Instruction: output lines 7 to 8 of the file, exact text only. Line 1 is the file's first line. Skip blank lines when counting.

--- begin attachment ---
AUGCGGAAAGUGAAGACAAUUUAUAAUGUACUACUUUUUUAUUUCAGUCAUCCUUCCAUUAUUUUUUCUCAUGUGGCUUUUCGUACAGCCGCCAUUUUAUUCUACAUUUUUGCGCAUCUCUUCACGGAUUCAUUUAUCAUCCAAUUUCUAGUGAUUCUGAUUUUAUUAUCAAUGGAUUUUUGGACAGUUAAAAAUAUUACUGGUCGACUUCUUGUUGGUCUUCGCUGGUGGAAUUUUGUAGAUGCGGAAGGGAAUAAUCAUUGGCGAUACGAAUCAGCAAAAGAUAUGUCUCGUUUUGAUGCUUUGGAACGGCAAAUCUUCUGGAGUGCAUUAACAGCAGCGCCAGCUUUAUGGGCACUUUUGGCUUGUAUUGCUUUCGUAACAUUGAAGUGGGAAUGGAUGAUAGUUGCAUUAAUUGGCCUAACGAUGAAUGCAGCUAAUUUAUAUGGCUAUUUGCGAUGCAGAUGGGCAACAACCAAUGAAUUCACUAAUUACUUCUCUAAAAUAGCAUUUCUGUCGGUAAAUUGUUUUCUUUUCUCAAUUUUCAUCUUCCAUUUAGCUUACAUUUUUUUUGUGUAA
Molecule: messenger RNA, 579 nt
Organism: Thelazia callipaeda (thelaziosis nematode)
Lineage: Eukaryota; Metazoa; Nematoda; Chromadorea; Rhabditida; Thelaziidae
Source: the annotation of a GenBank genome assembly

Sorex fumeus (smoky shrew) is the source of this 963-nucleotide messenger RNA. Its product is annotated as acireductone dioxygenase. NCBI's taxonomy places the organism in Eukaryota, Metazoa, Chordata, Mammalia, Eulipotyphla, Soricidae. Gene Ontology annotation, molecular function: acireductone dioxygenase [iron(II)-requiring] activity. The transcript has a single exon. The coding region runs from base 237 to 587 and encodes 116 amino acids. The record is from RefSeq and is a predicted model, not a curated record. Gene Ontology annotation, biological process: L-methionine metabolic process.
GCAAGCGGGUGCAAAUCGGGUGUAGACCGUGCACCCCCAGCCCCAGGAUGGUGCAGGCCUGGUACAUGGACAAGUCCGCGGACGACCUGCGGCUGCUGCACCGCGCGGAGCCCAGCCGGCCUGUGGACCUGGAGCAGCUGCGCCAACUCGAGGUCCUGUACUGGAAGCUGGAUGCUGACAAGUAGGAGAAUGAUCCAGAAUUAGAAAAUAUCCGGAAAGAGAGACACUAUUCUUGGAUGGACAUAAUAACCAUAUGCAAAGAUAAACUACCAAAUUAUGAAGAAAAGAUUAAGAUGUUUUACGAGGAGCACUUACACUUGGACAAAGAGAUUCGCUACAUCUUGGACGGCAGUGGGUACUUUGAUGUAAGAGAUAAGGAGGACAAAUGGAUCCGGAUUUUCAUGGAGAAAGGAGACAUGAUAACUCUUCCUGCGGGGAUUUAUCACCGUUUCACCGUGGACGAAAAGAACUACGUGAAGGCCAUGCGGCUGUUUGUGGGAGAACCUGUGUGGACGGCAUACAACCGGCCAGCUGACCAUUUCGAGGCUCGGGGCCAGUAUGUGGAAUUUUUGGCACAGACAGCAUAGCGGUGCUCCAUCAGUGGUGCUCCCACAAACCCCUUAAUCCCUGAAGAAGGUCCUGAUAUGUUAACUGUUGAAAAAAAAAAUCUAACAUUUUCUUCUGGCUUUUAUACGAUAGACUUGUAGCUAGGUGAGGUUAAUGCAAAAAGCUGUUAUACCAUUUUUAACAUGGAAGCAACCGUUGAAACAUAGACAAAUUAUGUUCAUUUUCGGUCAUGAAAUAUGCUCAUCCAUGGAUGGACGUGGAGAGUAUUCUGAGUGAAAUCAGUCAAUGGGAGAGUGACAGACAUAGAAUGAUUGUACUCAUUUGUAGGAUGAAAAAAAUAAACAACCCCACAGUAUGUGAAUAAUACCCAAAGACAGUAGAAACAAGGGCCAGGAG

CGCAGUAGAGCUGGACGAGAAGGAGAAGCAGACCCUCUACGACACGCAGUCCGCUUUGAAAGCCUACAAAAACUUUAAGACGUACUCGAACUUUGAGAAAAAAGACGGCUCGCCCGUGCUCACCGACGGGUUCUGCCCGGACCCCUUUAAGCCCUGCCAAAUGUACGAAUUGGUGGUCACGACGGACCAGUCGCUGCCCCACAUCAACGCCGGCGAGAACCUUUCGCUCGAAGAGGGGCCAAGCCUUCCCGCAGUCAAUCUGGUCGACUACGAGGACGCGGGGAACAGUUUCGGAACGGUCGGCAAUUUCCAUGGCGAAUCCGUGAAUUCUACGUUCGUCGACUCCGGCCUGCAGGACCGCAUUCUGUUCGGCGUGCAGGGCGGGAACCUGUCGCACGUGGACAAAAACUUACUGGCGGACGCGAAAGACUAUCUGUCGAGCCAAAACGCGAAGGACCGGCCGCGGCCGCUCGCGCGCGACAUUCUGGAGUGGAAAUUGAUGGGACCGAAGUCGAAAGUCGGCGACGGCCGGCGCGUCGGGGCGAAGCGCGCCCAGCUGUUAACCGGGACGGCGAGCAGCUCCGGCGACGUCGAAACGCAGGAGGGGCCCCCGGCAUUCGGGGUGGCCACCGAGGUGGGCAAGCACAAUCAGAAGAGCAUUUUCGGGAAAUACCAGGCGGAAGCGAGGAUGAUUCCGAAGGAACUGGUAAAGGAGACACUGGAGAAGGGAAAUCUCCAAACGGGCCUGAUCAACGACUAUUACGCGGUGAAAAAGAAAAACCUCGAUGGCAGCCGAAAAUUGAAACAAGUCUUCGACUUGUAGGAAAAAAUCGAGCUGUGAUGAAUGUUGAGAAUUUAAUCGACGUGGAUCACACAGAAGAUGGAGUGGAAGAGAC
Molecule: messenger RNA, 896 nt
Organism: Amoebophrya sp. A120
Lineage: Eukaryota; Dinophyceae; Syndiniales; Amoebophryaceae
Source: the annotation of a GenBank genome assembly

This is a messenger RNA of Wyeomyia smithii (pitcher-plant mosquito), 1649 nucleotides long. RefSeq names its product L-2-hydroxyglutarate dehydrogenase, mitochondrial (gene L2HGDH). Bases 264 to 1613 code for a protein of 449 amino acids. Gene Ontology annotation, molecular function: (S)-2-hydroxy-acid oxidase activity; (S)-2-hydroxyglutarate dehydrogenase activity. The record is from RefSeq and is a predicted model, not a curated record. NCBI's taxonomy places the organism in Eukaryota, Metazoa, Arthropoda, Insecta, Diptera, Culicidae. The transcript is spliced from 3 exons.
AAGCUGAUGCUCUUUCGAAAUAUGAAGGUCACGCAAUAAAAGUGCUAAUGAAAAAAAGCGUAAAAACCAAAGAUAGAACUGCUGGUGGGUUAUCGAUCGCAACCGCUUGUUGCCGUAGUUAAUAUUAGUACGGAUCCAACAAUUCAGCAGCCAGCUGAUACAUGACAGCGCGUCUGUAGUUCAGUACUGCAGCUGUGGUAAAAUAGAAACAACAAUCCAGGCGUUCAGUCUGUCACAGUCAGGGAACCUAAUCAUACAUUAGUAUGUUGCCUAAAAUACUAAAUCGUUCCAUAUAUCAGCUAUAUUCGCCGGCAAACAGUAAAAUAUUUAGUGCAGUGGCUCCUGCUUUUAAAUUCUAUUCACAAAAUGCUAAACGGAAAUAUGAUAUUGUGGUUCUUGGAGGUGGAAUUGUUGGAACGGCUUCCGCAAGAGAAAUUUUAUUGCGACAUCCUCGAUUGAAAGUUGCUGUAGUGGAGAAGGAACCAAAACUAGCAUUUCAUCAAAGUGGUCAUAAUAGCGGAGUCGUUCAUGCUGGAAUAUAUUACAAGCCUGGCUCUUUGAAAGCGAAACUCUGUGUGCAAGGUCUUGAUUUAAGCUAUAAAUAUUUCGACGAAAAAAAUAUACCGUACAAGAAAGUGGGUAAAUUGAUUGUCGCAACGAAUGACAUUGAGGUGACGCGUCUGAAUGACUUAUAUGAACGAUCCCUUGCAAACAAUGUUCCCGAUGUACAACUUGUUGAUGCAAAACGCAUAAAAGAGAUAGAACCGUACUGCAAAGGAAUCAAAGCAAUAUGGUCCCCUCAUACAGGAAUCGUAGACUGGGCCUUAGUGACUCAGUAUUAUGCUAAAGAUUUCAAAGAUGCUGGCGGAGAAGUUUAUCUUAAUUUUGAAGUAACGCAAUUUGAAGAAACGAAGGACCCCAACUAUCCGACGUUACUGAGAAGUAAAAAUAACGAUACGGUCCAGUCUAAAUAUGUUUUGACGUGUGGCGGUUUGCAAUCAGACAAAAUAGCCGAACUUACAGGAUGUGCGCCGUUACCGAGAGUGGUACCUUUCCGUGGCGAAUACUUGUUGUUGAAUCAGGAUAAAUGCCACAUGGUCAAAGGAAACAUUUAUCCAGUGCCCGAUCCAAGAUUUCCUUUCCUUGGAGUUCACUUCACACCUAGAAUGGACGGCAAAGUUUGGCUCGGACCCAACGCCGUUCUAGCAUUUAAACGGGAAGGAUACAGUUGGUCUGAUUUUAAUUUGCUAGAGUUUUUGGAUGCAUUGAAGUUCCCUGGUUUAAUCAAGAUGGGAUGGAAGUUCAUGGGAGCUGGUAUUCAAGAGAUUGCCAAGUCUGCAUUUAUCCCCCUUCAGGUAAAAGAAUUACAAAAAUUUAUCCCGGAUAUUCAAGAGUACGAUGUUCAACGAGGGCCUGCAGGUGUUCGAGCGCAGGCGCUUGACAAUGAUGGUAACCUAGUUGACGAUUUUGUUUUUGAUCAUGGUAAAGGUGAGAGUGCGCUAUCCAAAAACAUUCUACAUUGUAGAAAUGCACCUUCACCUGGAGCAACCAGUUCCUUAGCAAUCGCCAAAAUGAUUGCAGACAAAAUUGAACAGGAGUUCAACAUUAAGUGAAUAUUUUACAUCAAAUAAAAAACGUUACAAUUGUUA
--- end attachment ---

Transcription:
GCAAGCGGGUGCAAAUCGGGUGUAGACCGUGCACCCCCAGCCCCAGGAUGGUGCAGGCCUGGUACAUGGACAAGUCCGCGGACGACCUGCGGCUGCUGCACCGCGCGGAGCCCAGCCGGCCUGUGGACCUGGAGCAGCUGCGCCAACUCGAGGUCCUGUACUGGAAGCUGGAUGCUGACAAGUAGGAGAAUGAUCCAGAAUUAGAAAAUAUCCGGAAAGAGAGACACUAUUCUUGGAUGGACAUAAUAACCAUAUGCAAAGAUAAACUACCAAAUUAUGAAGAAAAGAUUAAGAUGUUUUACGAGGAGCACUUACACUUGGACAAAGAGAUUCGCUACAUCUUGGACGGCAGUGGGUACUUUGAUGUAAGAGAUAAGGAGGACAAAUGGAUCCGGAUUUUCAUGGAGAAAGGAGACAUGAUAACUCUUCCUGCGGGGAUUUAUCACCGUUUCACCGUGGACGAAAAGAACUACGUGAAGGCCAUGCGGCUGUUUGUGGGAGAACCUGUGUGGACGGCAUACAACCGGCCAGCUGACCAUUUCGAGGCUCGGGGCCAGUAUGUGGAAUUUUUGGCACAGACAGCAUAGCGGUGCUCCAUCAGUGGUGCUCCCACAAACCCCUUAAUCCCUGAAGAAGGUCCUGAUAUGUUAACUGUUGAAAAAAAAAAUCUAACAUUUUCUUCUGGCUUUUAUACGAUAGACUUGUAGCUAGGUGAGGUUAAUGCAAAAAGCUGUUAUACCAUUUUUAACAUGGAAGCAACCGUUGAAACAUAGACAAAUUAUGUUCAUUUUCGGUCAUGAAAUAUGCUCAUCCAUGGAUGGACGUGGAGAGUAUUCUGAGUGAAAUCAGUCAAUGGGAGAGUGACAGACAUAGAAUGAUUGUACUCAUUUGUAGGAUGAAAAAAAUAAACAACCCCACAGUAUGUGAAUAAUACCCAAAGACAGUAGAAACAAGGGCCAGGAG

CGCAGUAGAGCUGGACGAGAAGGAGAAGCAGACCCUCUACGACACGCAGUCCGCUUUGAAAGCCUACAAAAACUUUAAGACGUACUCGAACUUUGAGAAAAAAGACGGCUCGCCCGUGCUCACCGACGGGUUCUGCCCGGACCCCUUUAAGCCCUGCCAAAUGUACGAAUUGGUGGUCACGACGGACCAGUCGCUGCCCCACAUCAACGCCGGCGAGAACCUUUCGCUCGAAGAGGGGCCAAGCCUUCCCGCAGUCAAUCUGGUCGACUACGAGGACGCGGGGAACAGUUUCGGAACGGUCGGCAAUUUCCAUGGCGAAUCCGUGAAUUCUACGUUCGUCGACUCCGGCCUGCAGGACCGCAUUCUGUUCGGCGUGCAGGGCGGGAACCUGUCGCACGUGGACAAAAACUUACUGGCGGACGCGAAAGACUAUCUGUCGAGCCAAAACGCGAAGGACCGGCCGCGGCCGCUCGCGCGCGACAUUCUGGAGUGGAAAUUGAUGGGACCGAAGUCGAAAGUCGGCGACGGCCGGCGCGUCGGGGCGAAGCGCGCCCAGCUGUUAACCGGGACGGCGAGCAGCUCCGGCGACGUCGAAACGCAGGAGGGGCCCCCGGCAUUCGGGGUGGCCACCGAGGUGGGCAAGCACAAUCAGAAGAGCAUUUUCGGGAAAUACCAGGCGGAAGCGAGGAUGAUUCCGAAGGAACUGGUAAAGGAGACACUGGAGAAGGGAAAUCUCCAAACGGGCCUGAUCAACGACUAUUACGCGGUGAAAAAGAAAAACCUCGAUGGCAGCCGAAAAUUGAAACAAGUCUUCGACUUGUAGGAAAAAAUCGAGCUGUGAUGAAUGUUGAGAAUUUAAUCGACGUGGAUCACACAGAAGAUGGAGUGGAAGAGAC